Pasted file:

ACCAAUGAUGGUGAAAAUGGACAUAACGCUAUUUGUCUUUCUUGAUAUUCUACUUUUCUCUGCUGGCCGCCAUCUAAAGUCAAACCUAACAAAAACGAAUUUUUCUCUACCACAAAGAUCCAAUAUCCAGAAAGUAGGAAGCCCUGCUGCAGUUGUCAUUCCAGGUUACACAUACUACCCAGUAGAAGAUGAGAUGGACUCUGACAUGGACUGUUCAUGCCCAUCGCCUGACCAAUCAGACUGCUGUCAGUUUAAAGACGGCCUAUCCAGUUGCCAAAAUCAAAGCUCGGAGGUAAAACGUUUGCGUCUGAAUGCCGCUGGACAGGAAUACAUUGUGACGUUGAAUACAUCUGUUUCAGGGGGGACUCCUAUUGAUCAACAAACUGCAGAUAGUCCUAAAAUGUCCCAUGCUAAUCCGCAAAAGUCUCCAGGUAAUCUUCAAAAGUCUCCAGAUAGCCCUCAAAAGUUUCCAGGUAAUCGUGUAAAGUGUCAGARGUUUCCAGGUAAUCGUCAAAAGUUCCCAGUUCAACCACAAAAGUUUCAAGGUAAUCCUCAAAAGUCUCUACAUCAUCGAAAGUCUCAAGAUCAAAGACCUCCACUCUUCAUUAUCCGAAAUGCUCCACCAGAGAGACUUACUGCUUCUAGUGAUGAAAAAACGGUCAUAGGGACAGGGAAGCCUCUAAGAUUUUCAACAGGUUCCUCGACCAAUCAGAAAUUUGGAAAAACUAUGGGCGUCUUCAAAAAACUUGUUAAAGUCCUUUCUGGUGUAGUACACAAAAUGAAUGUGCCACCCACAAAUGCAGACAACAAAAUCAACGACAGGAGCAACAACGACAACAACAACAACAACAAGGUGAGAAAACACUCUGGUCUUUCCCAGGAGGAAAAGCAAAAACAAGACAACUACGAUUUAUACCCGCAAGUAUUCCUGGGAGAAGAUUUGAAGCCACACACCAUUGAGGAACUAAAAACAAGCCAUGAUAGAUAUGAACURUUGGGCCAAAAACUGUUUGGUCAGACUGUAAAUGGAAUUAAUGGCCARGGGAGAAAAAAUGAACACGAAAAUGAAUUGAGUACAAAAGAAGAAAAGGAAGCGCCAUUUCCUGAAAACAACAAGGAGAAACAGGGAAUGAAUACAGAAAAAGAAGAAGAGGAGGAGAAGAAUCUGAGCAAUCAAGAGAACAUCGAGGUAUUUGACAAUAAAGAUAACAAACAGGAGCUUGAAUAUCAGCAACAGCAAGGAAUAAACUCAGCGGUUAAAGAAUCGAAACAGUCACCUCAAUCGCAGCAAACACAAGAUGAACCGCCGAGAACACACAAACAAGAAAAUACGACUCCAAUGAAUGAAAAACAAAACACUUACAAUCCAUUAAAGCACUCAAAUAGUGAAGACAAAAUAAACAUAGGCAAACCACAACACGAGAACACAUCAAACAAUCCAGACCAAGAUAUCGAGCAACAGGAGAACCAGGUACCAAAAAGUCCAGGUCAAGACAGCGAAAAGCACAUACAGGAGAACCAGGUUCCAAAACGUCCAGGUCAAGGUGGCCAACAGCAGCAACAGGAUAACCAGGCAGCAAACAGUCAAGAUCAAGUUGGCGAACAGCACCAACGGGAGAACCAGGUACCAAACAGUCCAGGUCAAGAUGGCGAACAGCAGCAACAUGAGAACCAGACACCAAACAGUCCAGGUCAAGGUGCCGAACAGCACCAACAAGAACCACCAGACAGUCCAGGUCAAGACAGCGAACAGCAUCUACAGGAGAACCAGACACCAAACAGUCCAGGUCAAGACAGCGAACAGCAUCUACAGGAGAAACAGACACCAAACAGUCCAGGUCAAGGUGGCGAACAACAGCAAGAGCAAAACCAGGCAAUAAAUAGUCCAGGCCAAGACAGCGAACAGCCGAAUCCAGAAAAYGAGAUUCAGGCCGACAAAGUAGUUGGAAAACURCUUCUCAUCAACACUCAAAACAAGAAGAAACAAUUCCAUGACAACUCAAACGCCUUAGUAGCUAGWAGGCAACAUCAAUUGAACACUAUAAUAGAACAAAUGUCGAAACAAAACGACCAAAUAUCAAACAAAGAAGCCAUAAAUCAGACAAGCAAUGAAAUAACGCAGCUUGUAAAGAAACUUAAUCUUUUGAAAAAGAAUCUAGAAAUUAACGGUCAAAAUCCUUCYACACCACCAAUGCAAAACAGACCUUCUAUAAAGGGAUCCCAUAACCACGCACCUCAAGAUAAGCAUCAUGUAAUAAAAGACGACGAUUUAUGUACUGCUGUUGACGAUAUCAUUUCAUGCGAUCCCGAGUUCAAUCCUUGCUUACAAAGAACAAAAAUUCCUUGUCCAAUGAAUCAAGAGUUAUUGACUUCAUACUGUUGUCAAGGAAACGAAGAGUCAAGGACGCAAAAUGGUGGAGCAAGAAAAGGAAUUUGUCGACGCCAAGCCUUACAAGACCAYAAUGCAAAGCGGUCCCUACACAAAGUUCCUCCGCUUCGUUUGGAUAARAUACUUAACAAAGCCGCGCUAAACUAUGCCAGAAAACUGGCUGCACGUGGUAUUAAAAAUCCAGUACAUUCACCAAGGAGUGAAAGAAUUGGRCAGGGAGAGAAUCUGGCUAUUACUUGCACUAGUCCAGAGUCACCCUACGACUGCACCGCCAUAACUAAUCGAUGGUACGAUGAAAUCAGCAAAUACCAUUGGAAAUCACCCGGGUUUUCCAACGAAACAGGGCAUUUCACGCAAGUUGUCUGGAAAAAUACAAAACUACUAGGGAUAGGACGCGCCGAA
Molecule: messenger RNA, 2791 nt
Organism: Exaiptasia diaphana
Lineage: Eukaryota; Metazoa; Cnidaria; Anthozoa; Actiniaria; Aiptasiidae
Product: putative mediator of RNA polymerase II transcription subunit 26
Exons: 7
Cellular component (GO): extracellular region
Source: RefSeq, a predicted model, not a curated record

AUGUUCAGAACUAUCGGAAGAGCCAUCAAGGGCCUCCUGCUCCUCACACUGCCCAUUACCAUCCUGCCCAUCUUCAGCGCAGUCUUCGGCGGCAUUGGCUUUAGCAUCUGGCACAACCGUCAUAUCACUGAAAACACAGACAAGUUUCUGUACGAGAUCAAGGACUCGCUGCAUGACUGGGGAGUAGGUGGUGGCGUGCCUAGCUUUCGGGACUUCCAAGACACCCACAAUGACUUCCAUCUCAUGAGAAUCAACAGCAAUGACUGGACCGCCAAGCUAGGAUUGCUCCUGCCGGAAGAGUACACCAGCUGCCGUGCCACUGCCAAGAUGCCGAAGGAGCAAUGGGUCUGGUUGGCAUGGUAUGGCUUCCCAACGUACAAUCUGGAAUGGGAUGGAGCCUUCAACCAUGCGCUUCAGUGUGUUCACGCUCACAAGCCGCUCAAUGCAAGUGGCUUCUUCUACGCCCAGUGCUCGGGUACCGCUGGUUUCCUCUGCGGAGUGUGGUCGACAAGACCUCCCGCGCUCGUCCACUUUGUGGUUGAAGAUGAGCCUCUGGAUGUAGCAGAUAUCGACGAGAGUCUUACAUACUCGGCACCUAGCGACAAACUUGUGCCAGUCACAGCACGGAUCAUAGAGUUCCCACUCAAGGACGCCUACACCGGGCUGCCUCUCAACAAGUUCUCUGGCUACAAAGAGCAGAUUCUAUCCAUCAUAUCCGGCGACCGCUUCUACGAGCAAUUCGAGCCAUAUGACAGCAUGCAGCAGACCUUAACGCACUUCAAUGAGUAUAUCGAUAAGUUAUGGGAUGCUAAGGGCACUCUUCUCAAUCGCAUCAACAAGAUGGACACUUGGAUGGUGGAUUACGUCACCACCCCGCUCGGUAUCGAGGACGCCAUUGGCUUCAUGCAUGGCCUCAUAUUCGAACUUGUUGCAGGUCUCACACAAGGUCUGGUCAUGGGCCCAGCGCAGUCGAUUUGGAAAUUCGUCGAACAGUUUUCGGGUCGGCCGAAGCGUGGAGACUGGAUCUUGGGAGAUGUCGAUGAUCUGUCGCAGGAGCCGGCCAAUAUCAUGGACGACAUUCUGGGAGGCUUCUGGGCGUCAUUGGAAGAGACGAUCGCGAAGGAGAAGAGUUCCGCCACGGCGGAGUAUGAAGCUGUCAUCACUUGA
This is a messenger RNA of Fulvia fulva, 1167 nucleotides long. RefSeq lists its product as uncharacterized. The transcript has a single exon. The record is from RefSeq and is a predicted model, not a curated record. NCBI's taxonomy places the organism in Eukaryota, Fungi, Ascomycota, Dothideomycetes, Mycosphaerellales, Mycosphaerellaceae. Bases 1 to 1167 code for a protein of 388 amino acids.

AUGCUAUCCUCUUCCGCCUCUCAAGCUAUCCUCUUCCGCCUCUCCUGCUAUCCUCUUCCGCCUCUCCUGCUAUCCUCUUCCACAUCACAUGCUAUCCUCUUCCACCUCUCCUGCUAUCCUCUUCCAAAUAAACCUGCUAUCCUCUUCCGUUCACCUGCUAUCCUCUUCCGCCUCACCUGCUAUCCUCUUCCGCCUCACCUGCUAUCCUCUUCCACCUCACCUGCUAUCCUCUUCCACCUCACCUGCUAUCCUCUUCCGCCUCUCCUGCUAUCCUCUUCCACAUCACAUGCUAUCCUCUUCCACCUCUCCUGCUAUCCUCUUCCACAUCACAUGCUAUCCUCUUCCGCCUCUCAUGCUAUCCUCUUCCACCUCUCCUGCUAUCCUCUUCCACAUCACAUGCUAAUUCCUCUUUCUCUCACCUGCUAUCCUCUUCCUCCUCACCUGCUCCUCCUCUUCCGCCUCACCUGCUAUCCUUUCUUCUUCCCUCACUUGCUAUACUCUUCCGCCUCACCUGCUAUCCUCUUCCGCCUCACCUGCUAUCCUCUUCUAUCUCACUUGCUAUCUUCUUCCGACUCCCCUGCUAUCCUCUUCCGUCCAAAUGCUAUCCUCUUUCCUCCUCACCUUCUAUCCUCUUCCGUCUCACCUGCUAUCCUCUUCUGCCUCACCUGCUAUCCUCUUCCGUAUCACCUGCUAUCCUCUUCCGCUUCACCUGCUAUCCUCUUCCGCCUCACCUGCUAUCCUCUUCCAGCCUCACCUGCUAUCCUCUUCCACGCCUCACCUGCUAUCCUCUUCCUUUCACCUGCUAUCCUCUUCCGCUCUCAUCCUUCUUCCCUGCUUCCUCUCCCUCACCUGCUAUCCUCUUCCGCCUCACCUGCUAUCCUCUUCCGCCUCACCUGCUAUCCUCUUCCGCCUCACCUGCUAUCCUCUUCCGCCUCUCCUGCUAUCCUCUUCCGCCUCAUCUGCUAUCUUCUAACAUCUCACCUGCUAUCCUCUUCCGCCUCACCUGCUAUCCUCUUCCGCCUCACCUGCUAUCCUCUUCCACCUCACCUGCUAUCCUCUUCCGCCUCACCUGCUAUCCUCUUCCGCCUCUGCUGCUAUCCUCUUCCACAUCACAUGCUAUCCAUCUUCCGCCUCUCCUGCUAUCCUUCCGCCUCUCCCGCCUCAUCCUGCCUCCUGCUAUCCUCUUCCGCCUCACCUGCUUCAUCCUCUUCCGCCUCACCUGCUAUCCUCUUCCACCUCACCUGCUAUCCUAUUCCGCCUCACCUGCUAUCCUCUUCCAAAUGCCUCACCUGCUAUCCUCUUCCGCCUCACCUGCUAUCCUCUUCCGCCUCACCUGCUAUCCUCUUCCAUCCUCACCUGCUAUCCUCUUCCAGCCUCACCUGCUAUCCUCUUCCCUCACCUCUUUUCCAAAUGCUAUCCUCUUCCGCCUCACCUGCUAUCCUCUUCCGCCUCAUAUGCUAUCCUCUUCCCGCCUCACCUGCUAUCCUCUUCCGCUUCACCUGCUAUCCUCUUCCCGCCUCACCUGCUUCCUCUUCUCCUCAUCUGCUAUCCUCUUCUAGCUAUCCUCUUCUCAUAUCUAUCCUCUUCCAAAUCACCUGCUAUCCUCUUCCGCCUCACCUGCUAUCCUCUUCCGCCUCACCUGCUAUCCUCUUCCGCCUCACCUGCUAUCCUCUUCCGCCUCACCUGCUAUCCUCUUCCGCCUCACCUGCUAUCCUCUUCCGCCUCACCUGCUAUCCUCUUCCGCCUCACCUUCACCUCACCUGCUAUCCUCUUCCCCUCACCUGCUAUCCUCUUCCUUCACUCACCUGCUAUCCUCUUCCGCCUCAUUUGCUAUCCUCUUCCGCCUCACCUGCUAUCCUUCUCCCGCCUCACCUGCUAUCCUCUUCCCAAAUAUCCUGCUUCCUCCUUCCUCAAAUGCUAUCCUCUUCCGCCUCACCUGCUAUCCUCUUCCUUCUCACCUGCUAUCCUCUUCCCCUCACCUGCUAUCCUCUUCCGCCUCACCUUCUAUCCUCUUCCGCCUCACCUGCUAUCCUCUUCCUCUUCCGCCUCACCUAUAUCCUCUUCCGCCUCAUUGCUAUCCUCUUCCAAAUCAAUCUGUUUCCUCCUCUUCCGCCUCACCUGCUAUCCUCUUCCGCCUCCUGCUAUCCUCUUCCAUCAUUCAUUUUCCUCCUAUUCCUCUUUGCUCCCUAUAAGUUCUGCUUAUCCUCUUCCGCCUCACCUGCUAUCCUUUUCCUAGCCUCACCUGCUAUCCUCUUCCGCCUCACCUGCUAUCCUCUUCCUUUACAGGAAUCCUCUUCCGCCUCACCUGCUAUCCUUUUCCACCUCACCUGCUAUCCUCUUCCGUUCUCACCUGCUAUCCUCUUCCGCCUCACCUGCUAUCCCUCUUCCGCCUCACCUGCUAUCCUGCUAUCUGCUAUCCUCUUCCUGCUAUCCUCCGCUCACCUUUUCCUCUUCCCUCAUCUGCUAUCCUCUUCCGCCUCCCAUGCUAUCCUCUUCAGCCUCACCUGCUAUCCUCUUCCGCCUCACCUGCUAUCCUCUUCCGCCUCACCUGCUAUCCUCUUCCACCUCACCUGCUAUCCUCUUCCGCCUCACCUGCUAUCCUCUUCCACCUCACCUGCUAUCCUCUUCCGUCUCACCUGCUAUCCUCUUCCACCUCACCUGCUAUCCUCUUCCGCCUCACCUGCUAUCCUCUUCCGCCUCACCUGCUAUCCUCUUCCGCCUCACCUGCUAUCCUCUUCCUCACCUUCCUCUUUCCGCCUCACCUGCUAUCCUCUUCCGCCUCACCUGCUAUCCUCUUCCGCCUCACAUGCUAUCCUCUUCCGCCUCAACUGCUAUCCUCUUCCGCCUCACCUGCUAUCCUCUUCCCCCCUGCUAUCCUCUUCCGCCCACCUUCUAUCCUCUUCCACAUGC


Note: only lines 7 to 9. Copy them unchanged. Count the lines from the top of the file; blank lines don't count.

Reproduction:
Cellular component (GO): extracellular region
Source: RefSeq, a predicted model, not a curated record

AUGUUCAGAACUAUCGGAAGAGCCAUCAAGGGCCUCCUGCUCCUCACACUGCCCAUUACCAUCCUGCCCAUCUUCAGCGCAGUCUUCGGCGGCAUUGGCUUUAGCAUCUGGCACAACCGUCAUAUCACUGAAAACACAGACAAGUUUCUGUACGAGAUCAAGGACUCGCUGCAUGACUGGGGAGUAGGUGGUGGCGUGCCUAGCUUUCGGGACUUCCAAGACACCCACAAUGACUUCCAUCUCAUGAGAAUCAACAGCAAUGACUGGACCGCCAAGCUAGGAUUGCUCCUGCCGGAAGAGUACACCAGCUGCCGUGCCACUGCCAAGAUGCCGAAGGAGCAAUGGGUCUGGUUGGCAUGGUAUGGCUUCCCAACGUACAAUCUGGAAUGGGAUGGAGCCUUCAACCAUGCGCUUCAGUGUGUUCACGCUCACAAGCCGCUCAAUGCAAGUGGCUUCUUCUACGCCCAGUGCUCGGGUACCGCUGGUUUCCUCUGCGGAGUGUGGUCGACAAGACCUCCCGCGCUCGUCCACUUUGUGGUUGAAGAUGAGCCUCUGGAUGUAGCAGAUAUCGACGAGAGUCUUACAUACUCGGCACCUAGCGACAAACUUGUGCCAGUCACAGCACGGAUCAUAGAGUUCCCACUCAAGGACGCCUACACCGGGCUGCCUCUCAACAAGUUCUCUGGCUACAAAGAGCAGAUUCUAUCCAUCAUAUCCGGCGACCGCUUCUACGAGCAAUUCGAGCCAUAUGACAGCAUGCAGCAGACCUUAACGCACUUCAAUGAGUAUAUCGAUAAGUUAUGGGAUGCUAAGGGCACUCUUCUCAAUCGCAUCAACAAGAUGGACACUUGGAUGGUGGAUUACGUCACCACCCCGCUCGGUAUCGAGGACGCCAUUGGCUUCAUGCAUGGCCUCAUAUUCGAACUUGUUGCAGGUCUCACACAAGGUCUGGUCAUGGGCCCAGCGCAGUCGAUUUGGAAAUUCGUCGAACAGUUUUCGGGUCGGCCGAAGCGUGGAGACUGGAUCUUGGGAGAUGUCGAUGAUCUGUCGCAGGAGCCGGCCAAUAUCAUGGACGACAUUCUGGGAGGCUUCUGGGCGUCAUUGGAAGAGACGAUCGCGAAGGAGAAGAGUUCCGCCACGGCGGAGUAUGAAGCUGUCAUCACUUGA